Brian Baumgartner's Top Secret Tip For Great Chili - Exclusive

Brian Baumgartner knows what he's talking about when it comes to chili. What started out as a joke for the hit show "The Office," in which Baumgartner plays the oafish accountant Kevin, turned into a passion, and now a cookbook. "I'd never made chili before this event on 'The Office' and started making it. I made it as a joke for fun and posted a picture, and people got into it. Then I got into making it myself. One thing has led to another, and now I've got a book out," said Baumgartner in an exclusive interview with Mashed.

The book in question, "Seriously Good Chili Cookbook: 177 of the Best Recipes in the World" has, as the name suggests, 177 chili recipes. After working through all those recipes its no wonder Baumgartner has learned a thing or two about chili making. During his rise to chili superstardom, Baumgartner has judged the World Championship Cook-off, made his own recipes, and gotten a sense for what truly makes a great chili. Now, he has shared those tips with us. 

Undercooking the onions

As any "The Office" fan knows, Kevin's secret to his chili is to undercook the onions. So we wanted to know, is that what truly elevates a chili? According to Baumgartner, yes, and for a very specific reason. "If we want to talk seriously for a second, when you caramelize onions — everyone who's had caramelized onions on a sandwich or on whatever — it has a very specific flavor, which can be overpowering ... Get them translucent, get them in there early, but so that they are with everything. But don't let them get burned or caramelized."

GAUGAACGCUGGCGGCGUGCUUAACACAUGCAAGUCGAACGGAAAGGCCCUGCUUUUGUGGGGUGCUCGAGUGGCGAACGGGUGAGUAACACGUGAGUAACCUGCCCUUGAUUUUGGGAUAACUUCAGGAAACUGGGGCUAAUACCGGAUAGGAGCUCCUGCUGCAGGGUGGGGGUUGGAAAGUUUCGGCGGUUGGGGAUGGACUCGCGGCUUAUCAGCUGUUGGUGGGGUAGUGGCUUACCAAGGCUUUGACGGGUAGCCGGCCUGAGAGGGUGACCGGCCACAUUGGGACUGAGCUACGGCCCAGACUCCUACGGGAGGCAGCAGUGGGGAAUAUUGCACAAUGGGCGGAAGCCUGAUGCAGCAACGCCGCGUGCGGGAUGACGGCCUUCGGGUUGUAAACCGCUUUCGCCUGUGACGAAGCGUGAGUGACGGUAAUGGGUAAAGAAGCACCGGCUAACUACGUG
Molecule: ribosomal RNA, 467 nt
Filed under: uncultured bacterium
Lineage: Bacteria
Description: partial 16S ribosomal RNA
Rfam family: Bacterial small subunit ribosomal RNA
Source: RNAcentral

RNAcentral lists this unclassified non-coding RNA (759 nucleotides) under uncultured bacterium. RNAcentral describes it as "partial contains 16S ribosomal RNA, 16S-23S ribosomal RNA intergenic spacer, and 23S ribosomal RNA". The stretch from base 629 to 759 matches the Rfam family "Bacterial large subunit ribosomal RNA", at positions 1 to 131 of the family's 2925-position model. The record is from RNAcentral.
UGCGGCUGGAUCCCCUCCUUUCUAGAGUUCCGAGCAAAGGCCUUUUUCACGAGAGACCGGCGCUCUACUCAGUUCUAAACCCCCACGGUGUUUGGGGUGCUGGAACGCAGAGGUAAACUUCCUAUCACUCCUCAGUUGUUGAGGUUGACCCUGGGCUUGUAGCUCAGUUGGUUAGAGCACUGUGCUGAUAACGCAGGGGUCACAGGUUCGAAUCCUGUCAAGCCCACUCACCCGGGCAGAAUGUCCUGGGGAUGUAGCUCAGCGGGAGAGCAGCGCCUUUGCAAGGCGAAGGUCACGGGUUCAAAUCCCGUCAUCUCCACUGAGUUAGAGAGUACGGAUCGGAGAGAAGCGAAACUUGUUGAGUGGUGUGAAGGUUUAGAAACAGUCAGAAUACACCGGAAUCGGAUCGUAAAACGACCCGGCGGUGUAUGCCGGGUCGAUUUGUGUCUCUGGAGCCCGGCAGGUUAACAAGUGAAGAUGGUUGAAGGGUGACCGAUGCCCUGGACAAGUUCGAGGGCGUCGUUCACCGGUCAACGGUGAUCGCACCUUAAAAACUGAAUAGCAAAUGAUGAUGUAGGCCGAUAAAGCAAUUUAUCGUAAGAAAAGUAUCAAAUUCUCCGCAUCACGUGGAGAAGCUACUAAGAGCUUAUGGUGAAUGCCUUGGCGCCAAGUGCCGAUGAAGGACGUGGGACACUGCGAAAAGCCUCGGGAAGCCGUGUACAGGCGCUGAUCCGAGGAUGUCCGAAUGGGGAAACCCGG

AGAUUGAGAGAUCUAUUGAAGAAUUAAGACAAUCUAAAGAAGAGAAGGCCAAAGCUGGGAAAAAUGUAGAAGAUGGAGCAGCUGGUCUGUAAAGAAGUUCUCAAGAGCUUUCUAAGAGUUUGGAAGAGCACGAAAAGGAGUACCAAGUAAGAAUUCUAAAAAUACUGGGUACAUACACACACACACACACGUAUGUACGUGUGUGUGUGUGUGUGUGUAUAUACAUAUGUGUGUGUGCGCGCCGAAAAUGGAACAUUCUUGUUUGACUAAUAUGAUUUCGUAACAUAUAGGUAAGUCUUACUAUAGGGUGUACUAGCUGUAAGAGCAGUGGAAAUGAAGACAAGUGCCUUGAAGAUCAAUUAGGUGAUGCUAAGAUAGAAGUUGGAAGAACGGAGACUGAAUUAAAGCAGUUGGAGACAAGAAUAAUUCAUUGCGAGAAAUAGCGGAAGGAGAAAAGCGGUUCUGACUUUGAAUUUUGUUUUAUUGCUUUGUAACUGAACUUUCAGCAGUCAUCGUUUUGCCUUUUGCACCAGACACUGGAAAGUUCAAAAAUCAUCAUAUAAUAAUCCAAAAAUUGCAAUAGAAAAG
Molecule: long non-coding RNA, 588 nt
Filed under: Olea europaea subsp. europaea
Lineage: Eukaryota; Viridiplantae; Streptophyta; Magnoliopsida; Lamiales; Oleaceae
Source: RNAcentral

What some may have thought was a joke, actually turns out to be solid advice when making chili. "That is what I always tell people is that the biggest tip that I got from Kevin — to not overcook the onions." 

For those looking to recreate Kevins chili and don't want to wade their way through the Peacock terms of service, the recipe is included in "Seriously Good Chili."

Tomatoes and fun

Undercooking the onions isn't the only secret to good chili, though. Baumgartner shares that when cooking a meat and tomato based chili, such as a classic chili con carne, he has a special trick to bring the whole thing together. He says, "when you are browning the meat — whatever it is, if it's ground turkey, ground beef — initially, let it get about half-browned and add in the tomato paste then."  Instead of waiting until the end, Baumgartner suggests cooking the meat part of the way, and finishing the cooking process with the tomato paste. He says that this can make a huge difference in the end product. "You really can taste the difference when the tomato paste is added in early, in terms of combining everything, as opposed to tasting meat and then the tomato stuff. It combines it." 

Finally, Baumgartner reminds us to "have fun with it." While some might see a recipe as set in stone, Baumgartner encourages everyone to "try certain things if there are flavors that you like or different methods ... Don't be afraid to explore."

So there you have it. Undercook the onions, toast your tomatoes with the meat, and above all else, have fun. 

"Seriously Good Chili: 177 of the Best Recipes in the World" is available for purchase now.